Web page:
I could hold some respect for the opposition of the administration and their supporters on this issue were it based on libertarian principles opposing public funding of private enterprise. However, most of the complaint seems instead to arise from a companion bill, eliminating $16 billion in oil industry subsidies which the administration favors.

I thought that prevailing economic wisdom included the laconic advice “diversify”? Or to put it in more traditional terms “don’t put all your eggs in one basket.” It can only help ensure a secure energy supply to have a number of different sources from which to draw. The broadening of our range of energy sources will help forestall potential energy crises (whether the arrival of peak oil, disruption of the Middle-East supply, or any other event to which petroleum is vulnerable). And, of course, it can help reduce the corrosion of our planet. The relatively small investment in diversification, the slow expansion of alternatives, and the removal of the subsidies can hardly be a threat to the incredibly profitable fossil fuel industries.

Matheson raises a legitimate concern about increasing bureaucratic obstacles. But I would have hoped that he could work to have those addressed within the framework of the legislation, rather than dismiss the entire endeavor. The need to look at energy alternatives and reduce carbon emissions is simply too important.

Some fear that energy prices will rise due to this bill. The possibility does exist. Of course, the case can be made that our prices are artificially too low as it is. Much of the cost of our energy is currently externalized in the form of military spending to ensure the sources of energy, the cost to the environment and the spending to mitigate that damage, and the cost to the health of individuals and communities as a result of fossil fuel production and consumption. As students of Adam Smith know, the market becomes increasingly inefficient when costs are so highly externalized. Perhaps higher overall costs will promote more efficient allocation, less of the extravagant energy consumption to which we are now so accustomed, and a brighter future for our posterity.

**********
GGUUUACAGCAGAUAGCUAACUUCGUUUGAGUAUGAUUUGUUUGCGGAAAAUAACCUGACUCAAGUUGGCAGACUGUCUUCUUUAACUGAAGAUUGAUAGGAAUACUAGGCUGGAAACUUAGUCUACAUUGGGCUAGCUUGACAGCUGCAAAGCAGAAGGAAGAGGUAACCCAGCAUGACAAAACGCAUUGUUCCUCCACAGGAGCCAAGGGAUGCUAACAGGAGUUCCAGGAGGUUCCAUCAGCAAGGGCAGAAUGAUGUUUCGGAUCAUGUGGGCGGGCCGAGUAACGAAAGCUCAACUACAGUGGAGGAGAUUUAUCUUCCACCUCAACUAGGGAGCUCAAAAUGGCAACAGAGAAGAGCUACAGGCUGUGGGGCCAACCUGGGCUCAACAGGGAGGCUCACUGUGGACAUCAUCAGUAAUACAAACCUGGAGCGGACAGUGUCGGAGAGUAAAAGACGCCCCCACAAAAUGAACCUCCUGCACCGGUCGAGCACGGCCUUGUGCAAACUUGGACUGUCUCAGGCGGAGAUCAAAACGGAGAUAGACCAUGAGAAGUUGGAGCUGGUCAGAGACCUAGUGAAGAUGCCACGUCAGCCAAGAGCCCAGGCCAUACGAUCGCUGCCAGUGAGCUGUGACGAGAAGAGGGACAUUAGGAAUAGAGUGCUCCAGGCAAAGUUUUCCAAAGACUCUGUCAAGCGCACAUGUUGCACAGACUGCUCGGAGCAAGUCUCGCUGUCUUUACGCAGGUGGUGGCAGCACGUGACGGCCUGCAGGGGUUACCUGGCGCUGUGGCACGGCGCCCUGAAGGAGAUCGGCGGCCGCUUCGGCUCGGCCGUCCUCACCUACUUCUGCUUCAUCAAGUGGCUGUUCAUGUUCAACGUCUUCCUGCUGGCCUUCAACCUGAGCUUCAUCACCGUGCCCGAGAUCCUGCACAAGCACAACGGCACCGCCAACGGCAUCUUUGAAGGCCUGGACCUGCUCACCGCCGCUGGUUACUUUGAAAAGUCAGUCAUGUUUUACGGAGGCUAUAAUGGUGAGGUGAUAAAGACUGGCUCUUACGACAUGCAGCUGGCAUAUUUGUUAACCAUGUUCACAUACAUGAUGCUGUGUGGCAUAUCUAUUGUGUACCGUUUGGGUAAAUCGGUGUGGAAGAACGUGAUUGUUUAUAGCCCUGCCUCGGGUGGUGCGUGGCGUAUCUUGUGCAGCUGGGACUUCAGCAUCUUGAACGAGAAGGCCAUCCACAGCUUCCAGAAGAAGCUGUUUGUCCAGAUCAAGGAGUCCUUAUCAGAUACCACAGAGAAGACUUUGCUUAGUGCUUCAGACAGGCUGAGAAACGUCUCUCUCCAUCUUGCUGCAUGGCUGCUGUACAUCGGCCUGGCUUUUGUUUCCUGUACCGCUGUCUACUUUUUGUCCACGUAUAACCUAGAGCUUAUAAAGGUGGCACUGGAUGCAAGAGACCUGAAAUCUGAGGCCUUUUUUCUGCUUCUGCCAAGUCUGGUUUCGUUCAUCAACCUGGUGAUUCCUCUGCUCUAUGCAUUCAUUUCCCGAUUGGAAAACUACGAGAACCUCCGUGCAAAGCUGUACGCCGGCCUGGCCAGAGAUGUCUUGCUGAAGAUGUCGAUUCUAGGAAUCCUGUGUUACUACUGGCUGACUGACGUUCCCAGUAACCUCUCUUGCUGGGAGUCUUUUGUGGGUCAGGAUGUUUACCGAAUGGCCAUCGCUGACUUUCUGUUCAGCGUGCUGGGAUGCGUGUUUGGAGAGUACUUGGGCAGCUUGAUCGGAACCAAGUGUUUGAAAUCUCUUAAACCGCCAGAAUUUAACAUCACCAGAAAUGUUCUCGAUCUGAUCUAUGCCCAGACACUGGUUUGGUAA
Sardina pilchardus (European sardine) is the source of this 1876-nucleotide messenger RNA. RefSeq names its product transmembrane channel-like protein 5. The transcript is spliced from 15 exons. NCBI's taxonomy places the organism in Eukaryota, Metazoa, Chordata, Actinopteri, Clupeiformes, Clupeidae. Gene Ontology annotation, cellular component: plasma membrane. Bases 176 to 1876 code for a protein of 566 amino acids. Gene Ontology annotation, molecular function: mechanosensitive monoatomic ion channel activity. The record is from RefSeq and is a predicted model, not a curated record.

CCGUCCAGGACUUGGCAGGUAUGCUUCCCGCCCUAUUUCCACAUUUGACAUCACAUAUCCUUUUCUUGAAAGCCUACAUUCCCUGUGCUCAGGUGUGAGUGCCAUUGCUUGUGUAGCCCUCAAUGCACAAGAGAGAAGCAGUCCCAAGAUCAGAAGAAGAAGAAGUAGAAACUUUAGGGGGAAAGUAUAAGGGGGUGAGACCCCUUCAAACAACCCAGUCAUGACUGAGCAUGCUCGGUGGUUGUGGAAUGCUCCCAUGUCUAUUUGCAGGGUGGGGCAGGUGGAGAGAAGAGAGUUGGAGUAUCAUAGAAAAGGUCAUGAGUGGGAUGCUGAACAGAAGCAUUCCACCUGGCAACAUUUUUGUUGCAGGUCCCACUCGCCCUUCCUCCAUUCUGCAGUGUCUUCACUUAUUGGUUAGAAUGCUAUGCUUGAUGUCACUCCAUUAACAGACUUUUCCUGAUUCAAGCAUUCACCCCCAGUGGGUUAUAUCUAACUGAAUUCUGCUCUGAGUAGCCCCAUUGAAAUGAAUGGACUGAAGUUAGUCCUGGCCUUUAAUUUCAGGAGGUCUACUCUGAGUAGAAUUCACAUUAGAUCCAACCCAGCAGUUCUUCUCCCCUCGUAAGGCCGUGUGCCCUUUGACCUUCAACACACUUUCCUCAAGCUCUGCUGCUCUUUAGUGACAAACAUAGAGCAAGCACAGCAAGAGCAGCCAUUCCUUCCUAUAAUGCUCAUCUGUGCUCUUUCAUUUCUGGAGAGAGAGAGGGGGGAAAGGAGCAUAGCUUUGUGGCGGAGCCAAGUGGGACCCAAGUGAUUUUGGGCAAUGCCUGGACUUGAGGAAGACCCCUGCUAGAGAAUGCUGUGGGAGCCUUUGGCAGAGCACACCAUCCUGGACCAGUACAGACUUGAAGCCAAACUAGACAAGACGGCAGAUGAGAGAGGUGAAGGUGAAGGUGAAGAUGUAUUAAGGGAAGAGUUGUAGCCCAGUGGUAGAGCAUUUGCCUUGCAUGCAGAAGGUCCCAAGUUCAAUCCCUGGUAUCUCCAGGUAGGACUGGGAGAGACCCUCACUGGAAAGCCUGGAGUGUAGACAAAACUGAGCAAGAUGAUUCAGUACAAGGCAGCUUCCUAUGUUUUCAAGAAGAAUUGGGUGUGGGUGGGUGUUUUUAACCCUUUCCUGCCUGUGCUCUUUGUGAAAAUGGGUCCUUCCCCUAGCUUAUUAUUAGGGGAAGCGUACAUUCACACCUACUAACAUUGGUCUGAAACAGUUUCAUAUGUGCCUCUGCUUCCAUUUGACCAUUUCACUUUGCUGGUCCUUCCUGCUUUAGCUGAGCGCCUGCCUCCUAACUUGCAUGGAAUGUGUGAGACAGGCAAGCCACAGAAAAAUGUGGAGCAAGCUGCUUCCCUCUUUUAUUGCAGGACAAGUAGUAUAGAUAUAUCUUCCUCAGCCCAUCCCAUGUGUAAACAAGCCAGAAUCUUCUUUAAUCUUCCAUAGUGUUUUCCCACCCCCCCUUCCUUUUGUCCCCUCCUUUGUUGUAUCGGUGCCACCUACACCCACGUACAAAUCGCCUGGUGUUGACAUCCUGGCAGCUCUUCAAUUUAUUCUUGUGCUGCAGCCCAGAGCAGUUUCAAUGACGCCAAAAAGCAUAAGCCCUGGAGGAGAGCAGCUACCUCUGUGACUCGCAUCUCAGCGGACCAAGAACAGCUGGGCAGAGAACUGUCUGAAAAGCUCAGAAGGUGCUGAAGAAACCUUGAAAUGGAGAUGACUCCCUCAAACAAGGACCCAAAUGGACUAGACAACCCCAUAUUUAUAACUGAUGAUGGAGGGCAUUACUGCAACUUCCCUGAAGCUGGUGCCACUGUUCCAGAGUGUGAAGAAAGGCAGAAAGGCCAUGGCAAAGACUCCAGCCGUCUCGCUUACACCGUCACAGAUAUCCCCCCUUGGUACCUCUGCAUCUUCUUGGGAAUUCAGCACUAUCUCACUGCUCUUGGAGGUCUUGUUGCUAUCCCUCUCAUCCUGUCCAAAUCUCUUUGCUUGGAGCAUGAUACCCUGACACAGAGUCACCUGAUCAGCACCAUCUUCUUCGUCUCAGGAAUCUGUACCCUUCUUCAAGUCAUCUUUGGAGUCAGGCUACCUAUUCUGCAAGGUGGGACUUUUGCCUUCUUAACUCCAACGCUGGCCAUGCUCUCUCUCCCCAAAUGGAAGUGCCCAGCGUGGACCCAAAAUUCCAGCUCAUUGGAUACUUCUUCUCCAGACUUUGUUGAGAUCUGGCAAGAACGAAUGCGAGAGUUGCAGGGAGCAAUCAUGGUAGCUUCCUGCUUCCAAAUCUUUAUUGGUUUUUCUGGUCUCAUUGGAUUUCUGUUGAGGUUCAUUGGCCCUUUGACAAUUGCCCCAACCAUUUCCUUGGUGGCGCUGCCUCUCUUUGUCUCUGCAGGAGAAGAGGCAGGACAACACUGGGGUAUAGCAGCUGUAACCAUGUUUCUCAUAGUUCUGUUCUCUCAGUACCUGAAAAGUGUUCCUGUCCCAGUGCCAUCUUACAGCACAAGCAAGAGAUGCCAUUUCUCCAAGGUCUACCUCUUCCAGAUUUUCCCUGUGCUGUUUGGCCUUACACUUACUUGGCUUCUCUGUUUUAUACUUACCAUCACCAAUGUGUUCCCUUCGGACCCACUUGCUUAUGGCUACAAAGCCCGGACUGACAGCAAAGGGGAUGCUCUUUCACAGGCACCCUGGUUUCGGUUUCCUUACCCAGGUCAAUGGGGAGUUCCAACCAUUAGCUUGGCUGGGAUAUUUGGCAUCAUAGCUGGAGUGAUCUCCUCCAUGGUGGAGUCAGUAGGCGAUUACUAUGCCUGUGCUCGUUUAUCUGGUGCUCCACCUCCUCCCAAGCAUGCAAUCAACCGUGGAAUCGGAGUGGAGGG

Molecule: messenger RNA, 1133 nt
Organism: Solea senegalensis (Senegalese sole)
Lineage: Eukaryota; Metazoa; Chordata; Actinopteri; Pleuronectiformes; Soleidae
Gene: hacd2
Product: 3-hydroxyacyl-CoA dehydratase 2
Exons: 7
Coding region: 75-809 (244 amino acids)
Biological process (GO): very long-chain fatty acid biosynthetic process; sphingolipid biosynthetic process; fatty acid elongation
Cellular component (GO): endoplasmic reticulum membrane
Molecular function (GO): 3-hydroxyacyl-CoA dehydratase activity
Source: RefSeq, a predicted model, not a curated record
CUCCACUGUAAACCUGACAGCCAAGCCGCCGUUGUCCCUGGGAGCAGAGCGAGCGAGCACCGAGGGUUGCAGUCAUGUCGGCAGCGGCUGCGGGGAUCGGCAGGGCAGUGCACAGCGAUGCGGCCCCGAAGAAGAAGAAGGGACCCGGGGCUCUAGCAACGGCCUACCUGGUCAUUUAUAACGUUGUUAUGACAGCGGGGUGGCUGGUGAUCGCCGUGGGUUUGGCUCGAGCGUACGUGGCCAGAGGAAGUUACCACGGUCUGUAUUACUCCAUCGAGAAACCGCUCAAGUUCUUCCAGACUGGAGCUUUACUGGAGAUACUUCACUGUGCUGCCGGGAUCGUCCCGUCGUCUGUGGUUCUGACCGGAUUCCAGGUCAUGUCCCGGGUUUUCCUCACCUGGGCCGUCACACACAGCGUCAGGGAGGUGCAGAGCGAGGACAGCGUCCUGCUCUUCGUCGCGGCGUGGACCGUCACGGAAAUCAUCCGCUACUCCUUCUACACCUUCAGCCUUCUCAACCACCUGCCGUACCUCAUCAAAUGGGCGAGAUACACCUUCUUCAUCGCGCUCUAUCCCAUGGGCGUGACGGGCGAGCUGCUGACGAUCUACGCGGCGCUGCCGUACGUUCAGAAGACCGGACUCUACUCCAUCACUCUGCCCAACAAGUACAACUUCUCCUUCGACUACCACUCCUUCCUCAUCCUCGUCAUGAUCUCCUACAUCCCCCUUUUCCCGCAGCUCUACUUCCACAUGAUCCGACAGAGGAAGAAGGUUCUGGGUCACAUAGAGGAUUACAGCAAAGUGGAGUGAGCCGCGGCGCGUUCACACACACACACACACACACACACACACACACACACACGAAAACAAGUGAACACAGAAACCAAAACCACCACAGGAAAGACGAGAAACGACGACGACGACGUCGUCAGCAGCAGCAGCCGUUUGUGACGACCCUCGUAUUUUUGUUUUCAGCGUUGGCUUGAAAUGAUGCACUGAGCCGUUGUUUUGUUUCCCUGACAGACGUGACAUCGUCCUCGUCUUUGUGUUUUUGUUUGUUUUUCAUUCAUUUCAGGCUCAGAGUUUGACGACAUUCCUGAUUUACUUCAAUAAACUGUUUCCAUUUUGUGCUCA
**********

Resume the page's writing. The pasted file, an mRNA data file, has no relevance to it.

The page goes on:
But first our congressmen need to come to understand the importance of looking forward to the new world of energy possibilities ahead of us.

A New Nuclear Energy Debate

April 19, 2006

Like most liberals, I’ve generally been opposed to nuclear power. Creating waste products that are hazardous for millennia seems dubious to me. The Chernobyl disaster has always loomed large in my mind as a tragic warning about nuclear power.

But I’m perfectly willing to reconsider my own opinions as the situation warrants. Lately, I seem to have found more and more reason to reevaluate my position on nuclear power.

I was reminded a few months ago of the fact that Europe and other parts of the world make extensive use of nuclear power. Much of Europe receives over half of their energy from nuclear power plants—France almost 80% (Though it should be noted that there is a move to reduce nuclear production in many nations, such as Germany, Belgium, Spain and Sweden). Despite the widespread utilization of nuclear energy, there has never been any accident or disasters outside of Chernobyl. Are our fears unfounded? Is nuclear energy essentially safe? How does Europe and other nuclear dependent nations deal with waste disposal? Have they resolved the issue in a manner we could examine and adopt? I haven’t studied the issue enough to say, but it seems worth investigating.

More recently, a number of environmental advocates have begun to advocate the expansion of nuclear power. In several of his interviews, and presumably in his book, Tim Flannery has suggested that nuclear power is, despite its flaws, a better alternative to continued reliance on fossil fuels.